The jellybean is about to replace the peanut as the national nibble -- and just in time, the way the peanut crop is going. The gourmet line of jellybeans Ronald Reagan prefers -- a California brand known as "Jelly Belly" -- is said to include an exotic bean flavored with peanut butter. This makes a nice transitional touch. Only peanut brittle -- beloved by Lyndon Johnson -- could build a better bridge between administrations.
The nutty vs. the sugary, the salt vs. the sweet -- what a neat system for dividing liberals and conservatives! But a bit of research seems to indicate that the sweet tooth has been bipartisan as far as the White House is concerned. The great and the not-so-great presidents have expressed a common humanity in their desire for the gooey munch.
George Washington nibbled on chess cakes (lots of egg yolks, lots of butter, lost of sugar). Warren Harding snacked on almond cookies.
And now the presidential jaws are about to close upon jellybeans.
Political leadership, the pundits insist, has become a matter of gesture, of symbolism. What is the jellybean trying to tell us? A friend who voted for Reagan has defined what he calls the Jellybean Style.
Jellybeans, he points out, come in all colors, all flavors. This suggests to him a taste for the spectrum -- a nibbler of flexibility, open to variety and a degree of experimentation.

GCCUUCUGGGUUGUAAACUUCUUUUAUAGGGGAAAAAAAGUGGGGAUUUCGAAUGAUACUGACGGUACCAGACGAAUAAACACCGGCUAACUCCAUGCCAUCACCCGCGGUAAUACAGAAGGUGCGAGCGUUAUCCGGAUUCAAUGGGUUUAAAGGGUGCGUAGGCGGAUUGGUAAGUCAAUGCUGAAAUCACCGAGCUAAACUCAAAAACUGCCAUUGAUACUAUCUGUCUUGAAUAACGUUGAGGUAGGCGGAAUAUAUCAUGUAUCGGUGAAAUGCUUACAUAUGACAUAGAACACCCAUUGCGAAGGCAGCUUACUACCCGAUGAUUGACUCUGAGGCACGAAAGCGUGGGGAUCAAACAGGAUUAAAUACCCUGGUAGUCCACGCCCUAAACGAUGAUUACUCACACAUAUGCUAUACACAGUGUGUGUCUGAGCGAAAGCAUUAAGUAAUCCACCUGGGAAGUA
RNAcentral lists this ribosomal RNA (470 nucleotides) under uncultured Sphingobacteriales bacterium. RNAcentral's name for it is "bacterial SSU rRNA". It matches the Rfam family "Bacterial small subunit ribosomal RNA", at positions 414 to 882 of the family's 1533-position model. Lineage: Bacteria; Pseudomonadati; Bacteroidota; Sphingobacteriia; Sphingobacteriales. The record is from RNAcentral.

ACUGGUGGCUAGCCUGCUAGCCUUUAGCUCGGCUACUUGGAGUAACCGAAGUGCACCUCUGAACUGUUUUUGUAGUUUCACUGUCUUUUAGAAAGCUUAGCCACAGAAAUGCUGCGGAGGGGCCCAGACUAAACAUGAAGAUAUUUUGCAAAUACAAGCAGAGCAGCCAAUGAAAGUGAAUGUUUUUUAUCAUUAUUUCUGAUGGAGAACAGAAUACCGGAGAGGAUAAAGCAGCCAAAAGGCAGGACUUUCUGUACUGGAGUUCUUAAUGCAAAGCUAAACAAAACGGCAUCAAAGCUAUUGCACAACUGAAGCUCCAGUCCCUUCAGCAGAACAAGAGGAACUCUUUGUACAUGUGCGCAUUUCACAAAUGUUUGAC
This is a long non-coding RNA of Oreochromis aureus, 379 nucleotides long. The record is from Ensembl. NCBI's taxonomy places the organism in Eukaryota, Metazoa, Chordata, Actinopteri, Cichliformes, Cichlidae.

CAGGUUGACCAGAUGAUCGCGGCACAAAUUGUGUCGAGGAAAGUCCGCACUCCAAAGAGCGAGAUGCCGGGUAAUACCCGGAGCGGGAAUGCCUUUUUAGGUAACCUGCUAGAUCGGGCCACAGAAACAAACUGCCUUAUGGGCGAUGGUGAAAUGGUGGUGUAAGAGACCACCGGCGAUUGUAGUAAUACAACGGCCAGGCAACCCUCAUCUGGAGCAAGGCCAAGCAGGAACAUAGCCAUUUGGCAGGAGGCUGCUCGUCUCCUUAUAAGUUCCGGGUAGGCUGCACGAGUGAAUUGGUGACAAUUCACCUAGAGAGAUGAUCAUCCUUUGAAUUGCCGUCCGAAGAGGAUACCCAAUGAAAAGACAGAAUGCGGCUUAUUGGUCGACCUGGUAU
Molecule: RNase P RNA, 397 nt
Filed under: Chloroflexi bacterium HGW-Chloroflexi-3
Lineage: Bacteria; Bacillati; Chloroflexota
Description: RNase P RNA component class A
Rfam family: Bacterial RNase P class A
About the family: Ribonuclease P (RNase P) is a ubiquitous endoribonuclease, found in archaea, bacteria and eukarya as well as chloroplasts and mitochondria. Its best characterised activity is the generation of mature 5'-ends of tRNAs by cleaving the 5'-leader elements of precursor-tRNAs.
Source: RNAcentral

Here, our friend argues, is no peppermint drop fanatic, numbing his palate on a single dogmatic flavor until he can recognize no other.
Gently gumming a jellybean is about as far from an act of aggression as a candy-eater can get, our friend further maintains -- unlike, for instance, grinding a sour ball between militant teeth, with every muscle in the jaw distended.
Talk about your ruthless pincer movements!
If the idea of a jellybean-nibbler in the White House still bothers anyone, our friend invites him to think of a president who sucks "Red Hots" -- those devastating concentrates of cinnamon that set your head on fire. As his tongue turned red, his eyes watered, and his whole mouth burned, what rash act might a chief executive not be capable of before the vice-president could fetch him a glass of water?
As we went down the confectionary counter, as if were, we could see the case for the Jellybean Style. Caramels are incapacitating. Chocolate bars are untidy, threatening to fingerprint White Papers. One does not really want to think of a president reading a confidential report on Poland while pulling on a lollipop.
By contrast, the jellybean seems genial, bland, and ingratiating. If it is hard to think of a hero eating jellybeans, it is hard to think of a villain nibbling them either.
Jellybeans say what everybody is saying about the new president: Let's wait and see.
We trust other powers will not mistake jellybean- nibbling for weakness -- the French, for instance, who consume about 25 percent less sugar than Americans.
Henry Kissinger's sweet tooth has not made him a less awesome figure in Paris , or in any of the other capitals of the world, though -- for that it is worth -- he has tended to stick with hard candy.
We don't want to make a mountain out of a hill of jellybeans. The chewy little ovals are something to write about when not an awful lot is understood about the incoming president.
Still, on such details depend the dramas of history. We would love to be in the Oval Office when Mr. Kissinger, rattling a hard candy about his molars like a cannon ball, first confronts Mr. Reagan, popping a mild violet jellybean.
Make ours a licorise twist.